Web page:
Restless Dream is not your average collaboration from Brisbane indie band Halfway. Restless Dream is not just a six-track album of indie-rock, nor is it just a contemporary spoken word album. This album is a story, a true story, about the hundreds of years of mistreatment the traditional owners of Australia have suffered and continue to suffer under the hand of colonisation. The opening track Water Horse, beautifully narrated by Uncle Bob Weatherall, dictates exactly what we can expect from this journey. Bob Weatherall is an elder of the Kamilaroi people, and this album is a reflection of his efforts to repatriate Aboriginal remains and objects from museums and institutions around the world. Most people around the world, and even many Australians, are unaware of what happened to the bodies of Aboriginies after they were killed during settlement, and Weatherall’s blatant and calm retelling of the true facts in Water Horse is simply chilling.
We have a small break from the narrative with the track Restless Dream, a contemplative ballad that gives us a glimpse into Halfway’s powerful songwriting. On The Dawn, we see the group's relationship fully realised as we dip in and out of Weatherall’s story, and are washed with the cinematic soundscape that Halfway create around it. Some of the final words of the track, “They gave him back in a potato sack, when they were finished with him ... he wasn't family or even a friend, just a dead black fella” are heartbreaking and they leave a poignant mark at the climax of this album.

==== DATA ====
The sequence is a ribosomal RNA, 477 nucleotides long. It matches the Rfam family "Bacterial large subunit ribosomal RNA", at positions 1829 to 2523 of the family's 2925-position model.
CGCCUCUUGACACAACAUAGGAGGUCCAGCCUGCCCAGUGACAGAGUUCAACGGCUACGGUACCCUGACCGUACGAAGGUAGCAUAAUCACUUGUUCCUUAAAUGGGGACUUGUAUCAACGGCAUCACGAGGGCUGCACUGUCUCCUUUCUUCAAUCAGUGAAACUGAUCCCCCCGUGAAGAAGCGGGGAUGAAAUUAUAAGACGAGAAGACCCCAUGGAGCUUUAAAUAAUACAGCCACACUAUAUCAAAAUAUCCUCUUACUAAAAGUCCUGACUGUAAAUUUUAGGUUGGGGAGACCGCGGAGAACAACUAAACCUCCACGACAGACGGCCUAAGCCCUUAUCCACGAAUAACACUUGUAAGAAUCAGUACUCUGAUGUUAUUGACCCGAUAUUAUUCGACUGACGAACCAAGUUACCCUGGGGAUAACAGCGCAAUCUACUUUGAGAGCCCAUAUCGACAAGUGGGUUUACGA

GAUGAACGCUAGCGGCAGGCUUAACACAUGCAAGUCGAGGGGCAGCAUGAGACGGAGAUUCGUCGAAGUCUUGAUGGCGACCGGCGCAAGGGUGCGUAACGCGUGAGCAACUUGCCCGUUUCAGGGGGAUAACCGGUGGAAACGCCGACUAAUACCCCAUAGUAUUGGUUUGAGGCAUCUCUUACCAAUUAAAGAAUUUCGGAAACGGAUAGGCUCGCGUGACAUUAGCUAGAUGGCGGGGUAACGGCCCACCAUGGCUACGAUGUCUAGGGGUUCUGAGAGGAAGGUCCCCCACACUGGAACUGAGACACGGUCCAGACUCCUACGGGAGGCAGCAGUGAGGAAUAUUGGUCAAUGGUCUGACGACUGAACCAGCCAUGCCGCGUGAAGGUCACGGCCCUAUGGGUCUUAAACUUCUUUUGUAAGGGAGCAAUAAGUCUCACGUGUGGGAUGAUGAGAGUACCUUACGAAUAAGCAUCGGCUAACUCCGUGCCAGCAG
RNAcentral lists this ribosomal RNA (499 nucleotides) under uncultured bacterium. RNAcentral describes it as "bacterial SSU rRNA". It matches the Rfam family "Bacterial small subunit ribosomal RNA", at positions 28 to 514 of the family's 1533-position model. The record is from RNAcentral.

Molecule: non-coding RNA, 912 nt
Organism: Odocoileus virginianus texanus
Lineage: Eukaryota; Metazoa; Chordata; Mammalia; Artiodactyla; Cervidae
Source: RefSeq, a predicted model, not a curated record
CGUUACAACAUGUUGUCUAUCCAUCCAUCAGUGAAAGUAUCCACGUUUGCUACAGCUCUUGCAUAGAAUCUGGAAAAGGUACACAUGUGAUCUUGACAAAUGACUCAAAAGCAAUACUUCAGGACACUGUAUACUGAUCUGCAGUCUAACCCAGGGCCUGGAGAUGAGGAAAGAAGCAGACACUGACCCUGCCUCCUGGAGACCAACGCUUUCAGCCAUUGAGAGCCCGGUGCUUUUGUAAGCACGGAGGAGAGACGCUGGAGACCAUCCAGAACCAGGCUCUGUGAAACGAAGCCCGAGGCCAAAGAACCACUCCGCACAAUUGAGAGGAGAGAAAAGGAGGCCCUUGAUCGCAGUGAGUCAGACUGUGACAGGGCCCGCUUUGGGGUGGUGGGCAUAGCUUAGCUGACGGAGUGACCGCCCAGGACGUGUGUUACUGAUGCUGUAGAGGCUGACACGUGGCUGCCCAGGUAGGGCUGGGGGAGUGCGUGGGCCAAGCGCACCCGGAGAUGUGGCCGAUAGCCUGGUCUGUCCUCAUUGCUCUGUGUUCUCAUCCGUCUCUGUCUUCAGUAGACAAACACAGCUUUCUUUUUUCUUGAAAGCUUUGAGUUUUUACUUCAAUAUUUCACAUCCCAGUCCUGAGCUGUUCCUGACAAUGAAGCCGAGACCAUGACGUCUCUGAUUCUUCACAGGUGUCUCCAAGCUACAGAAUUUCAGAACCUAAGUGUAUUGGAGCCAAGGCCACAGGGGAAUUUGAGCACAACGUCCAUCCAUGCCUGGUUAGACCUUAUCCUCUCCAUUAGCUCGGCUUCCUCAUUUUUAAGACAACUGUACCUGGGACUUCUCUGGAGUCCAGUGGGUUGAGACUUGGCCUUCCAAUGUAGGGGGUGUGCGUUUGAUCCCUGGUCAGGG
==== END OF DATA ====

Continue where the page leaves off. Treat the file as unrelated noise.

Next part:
Bobby Weatherall, William Barton and Halfway have long been friends as Bob would often join band practices, listen to them play, and share the summer nights and his stories. The collaboration on this album just made sense and it is reminiscent of the stories told on Midnight Oil’s tracks The Dead Heart and Beds Are Burning on their 1987 album Diesel and Dust. William Barton’s didgeridoo can be heard on multiple tracks throughout the album which serves as a reminder of the true sound of Australia.
The final track, Bloodlines No.2, is a repurposed Halfway song from their 2016 album The Golden Halfway Record. “This was the first song that came from those nights listening to Bobby's voice in the dark. The idea of nature telling a story - "time and trees don't lie". The stories filtered through the band, and this music came out” says John Willsteed of Halfway. Bloodlines No.2 creates an uplifting sense of hope as Weatherall finishes his narrative, however, the repatriation and reburial efforts of the taken Aboriginal people are far from over. Restless Dream is more than an album, it is a story that needed to be told and a story that needs to be heard. Halfway’s subtle and well-considered backing to Weatherall’s account is exactly what was needed on this album.
The combination of spoken word and sung messages create the perfect atmosphere for one to listen to and reflect. This is not an album to skip through, this is an album you take the time to listen to from start to finish. You sit, you listen, you reflect and you let it take you on an emotional journey that’ll leave you feeling different to what you did when you first started.